Global stocks slump amid Italian political turmoil

Global stocks slump amid Italian political turmoil

Global stocks slump amid Italian political turmoil

Its proposals - which include a monthly basic income for Italy's poorest and a two tier "flat" tax - have anxious Brussels and the financial markets given Italy's massive 2.3 trillion euro ($2.7 trillion) debt.

Italy's populist 5-Star Movement and the anti-immigration League have criticized European Union restrictions on annual government borrowing and on the overall size of a country's debt pile.

Stock markets in Milan, Paris and Frankfurt tumbled, while the euro sank against the dollar with the eurozone facing its biggest upheaval since the Greek debt crisis.

The euro might survive an Italian exit, but it would "put Italy, the euro area economy and the European Union in deep distress". After it was over, reporters spotted Salvini walking out of the palace and asked him how long he thought the new government would last. The parties will likely keep negotiating, and contentious talks between the US and China are due to resume during the weekend.

"Eurozone membership will be at the forefront of the next election", said Alicia Levine, the head of global investment strategy at BNY Mellon Investment Management. The Japanese yen climbed 0.3 per cent to 108.49 per USA dollar, extending a 0.7 per cent climb to the strongest in five weeks. Italy's 10-year bond yield jumped 24 bps to 2.93 percent - their highest since around mid-2014. The euro sank to $1.1531, its lowest since July, from $1.1669. The Russell 2000 index fell far less than the Dow, giving up 0.2 per cent to 1,623.65.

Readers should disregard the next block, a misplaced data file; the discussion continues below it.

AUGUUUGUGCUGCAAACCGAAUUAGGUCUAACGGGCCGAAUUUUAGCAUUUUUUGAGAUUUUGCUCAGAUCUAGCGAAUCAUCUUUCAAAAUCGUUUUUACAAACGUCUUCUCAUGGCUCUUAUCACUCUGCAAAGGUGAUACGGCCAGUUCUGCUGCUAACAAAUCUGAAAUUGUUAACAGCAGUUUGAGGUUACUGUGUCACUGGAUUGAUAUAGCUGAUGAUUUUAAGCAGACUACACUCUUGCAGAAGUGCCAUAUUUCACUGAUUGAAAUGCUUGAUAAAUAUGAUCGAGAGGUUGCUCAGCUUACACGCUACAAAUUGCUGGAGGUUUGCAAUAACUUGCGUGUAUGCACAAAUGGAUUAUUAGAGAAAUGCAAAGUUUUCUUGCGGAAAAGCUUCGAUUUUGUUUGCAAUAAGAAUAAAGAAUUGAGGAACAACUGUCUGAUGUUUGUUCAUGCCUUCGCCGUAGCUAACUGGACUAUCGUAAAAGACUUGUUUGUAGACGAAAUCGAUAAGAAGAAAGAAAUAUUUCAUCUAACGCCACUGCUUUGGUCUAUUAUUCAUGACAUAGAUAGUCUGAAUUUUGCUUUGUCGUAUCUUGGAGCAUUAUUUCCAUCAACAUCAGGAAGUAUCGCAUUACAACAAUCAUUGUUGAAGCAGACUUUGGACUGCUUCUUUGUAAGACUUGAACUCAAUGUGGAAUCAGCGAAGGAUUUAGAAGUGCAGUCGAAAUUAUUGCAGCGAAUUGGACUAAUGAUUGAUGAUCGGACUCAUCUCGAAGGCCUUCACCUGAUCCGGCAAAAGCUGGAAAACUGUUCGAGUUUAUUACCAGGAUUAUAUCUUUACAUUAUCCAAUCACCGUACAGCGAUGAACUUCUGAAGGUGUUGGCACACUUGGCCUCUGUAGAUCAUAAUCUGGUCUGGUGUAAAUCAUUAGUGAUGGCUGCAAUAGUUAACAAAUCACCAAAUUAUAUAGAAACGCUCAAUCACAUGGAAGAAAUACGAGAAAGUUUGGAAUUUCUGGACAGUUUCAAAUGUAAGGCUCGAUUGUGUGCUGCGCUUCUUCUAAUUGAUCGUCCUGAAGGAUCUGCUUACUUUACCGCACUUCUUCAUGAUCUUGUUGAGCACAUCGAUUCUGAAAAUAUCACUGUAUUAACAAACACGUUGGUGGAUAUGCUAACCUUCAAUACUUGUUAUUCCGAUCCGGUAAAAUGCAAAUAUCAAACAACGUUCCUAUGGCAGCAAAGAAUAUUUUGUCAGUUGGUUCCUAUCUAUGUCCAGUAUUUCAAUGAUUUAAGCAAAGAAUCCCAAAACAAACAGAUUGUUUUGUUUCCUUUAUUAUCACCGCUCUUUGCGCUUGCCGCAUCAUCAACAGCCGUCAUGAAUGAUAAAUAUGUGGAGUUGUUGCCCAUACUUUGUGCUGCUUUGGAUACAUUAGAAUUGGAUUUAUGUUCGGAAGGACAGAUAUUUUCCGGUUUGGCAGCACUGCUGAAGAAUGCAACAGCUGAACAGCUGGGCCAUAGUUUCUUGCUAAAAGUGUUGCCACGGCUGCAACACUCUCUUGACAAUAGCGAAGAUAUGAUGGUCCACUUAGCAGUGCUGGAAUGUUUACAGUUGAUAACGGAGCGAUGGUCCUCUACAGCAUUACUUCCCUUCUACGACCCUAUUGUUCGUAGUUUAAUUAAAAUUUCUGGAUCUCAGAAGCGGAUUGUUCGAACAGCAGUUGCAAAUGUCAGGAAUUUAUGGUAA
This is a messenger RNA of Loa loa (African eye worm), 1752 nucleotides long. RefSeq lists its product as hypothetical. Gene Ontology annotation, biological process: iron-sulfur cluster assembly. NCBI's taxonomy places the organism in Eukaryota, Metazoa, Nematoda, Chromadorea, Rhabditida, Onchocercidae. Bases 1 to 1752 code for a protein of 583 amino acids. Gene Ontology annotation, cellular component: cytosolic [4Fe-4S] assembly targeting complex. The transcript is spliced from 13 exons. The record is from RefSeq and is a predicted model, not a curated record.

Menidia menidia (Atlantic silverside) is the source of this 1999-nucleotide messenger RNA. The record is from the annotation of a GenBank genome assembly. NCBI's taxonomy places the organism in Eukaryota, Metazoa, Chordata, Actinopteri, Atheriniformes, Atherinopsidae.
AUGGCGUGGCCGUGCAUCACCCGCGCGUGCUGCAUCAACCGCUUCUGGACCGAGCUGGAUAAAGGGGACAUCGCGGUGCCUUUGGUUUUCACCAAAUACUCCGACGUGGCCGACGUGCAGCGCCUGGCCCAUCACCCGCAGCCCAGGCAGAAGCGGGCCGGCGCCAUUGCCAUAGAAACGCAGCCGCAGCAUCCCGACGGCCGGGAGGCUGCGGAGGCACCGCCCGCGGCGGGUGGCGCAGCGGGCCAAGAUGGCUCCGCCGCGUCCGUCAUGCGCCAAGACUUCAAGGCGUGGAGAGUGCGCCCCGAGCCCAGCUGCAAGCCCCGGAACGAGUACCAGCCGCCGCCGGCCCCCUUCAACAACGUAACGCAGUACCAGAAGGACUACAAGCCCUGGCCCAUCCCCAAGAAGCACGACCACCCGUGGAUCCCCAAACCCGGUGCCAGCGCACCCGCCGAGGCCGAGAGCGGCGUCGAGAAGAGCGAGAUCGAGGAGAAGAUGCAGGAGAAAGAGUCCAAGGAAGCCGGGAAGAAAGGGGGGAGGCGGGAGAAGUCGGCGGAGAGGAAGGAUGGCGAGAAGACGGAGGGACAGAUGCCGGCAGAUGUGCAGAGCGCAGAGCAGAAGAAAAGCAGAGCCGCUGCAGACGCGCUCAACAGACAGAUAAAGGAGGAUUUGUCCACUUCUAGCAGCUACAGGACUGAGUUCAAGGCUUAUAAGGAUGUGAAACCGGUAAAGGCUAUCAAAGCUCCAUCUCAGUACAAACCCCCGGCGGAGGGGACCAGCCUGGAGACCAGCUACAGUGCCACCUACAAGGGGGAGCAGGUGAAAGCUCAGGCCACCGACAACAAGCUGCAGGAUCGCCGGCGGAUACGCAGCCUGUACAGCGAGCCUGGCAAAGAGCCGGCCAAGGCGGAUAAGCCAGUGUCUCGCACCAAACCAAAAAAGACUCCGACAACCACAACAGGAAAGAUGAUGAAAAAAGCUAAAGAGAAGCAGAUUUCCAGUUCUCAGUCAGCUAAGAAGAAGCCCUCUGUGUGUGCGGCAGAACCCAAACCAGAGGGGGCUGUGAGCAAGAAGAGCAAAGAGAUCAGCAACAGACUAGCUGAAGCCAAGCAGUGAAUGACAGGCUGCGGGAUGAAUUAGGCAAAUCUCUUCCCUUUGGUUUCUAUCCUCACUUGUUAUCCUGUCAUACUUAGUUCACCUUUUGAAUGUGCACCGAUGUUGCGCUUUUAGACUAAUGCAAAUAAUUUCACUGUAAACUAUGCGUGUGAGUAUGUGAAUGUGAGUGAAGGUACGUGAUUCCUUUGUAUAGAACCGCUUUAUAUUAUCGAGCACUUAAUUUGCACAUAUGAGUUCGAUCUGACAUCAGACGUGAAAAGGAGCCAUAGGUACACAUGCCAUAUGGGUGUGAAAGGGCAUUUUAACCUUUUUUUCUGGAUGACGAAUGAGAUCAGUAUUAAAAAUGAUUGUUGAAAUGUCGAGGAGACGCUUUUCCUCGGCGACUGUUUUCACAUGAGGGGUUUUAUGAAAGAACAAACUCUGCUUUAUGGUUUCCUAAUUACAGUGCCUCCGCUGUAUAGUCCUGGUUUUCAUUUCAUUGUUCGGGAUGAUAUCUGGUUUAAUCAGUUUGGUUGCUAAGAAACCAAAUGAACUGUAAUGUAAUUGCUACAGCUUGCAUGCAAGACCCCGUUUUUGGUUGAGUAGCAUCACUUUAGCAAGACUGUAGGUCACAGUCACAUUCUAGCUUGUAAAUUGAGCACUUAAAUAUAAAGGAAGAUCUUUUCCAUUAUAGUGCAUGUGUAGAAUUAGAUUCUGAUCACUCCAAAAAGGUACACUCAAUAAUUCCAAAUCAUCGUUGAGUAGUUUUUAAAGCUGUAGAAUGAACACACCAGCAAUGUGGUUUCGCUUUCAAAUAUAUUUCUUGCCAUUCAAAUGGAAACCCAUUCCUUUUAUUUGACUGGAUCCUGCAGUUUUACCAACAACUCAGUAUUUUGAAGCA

In a move that raised the possibility of a snap election in Italy, President Sergio Mattarella rejected the coalition's nomination of Paolo Savona as finance minister.

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On the economic front while the euro zone's economy has been slowing down from strong growth a year ago, consumer price data published on Thursday showed inflation jumped to 1.9 percent, well above forecast of 1.6 percent.

Bond yields have chased down interest rates, but analysts are still expecting the Federal Reserve to maintain its current short-term rate hike strategy, which has it poised to raise rates at least twice more this year in line with inflation slowing creeping upward.

Adding to selling pressure on the unit is a brewing crisis in Spain, where Prime Minister Mariano Rajoy faces a no-confidence vote after his party was found guilty of benefiting from illegal funds in a massive graft trial.

The turmoil has also sent Italy's 10-year bond yields more than 300 basis points above Germany's - around a five-year high - reflecting investor concerns. USA crude rose 0.2 per cent to $67.19 a barrel. Natural gas dropped 2.2 percent to $2.88 per 1,000 cubic feet. Brent crude, used to price global oils, rose 0.1 percent to $75.39 a barrel in London. Temporary, it looks that repositioning on Italy had reached some kind of exhaustion move.

Tokyo ended the morning 1.eight % down, Hong Kong misplaced 1.1 % and Shanghai was 1.three % decrease. S&P/ASX 200 Index dropped 0.8 per cent. Kospi index slid 1.3 per cent. Hang Seng Index futures were down 0.6 per cent. S&P 500 Index futures lost 0.2 per cent. S&P 500 declined 1.2 per cent, dropping below its 100-day moving average for the first time since May 9.

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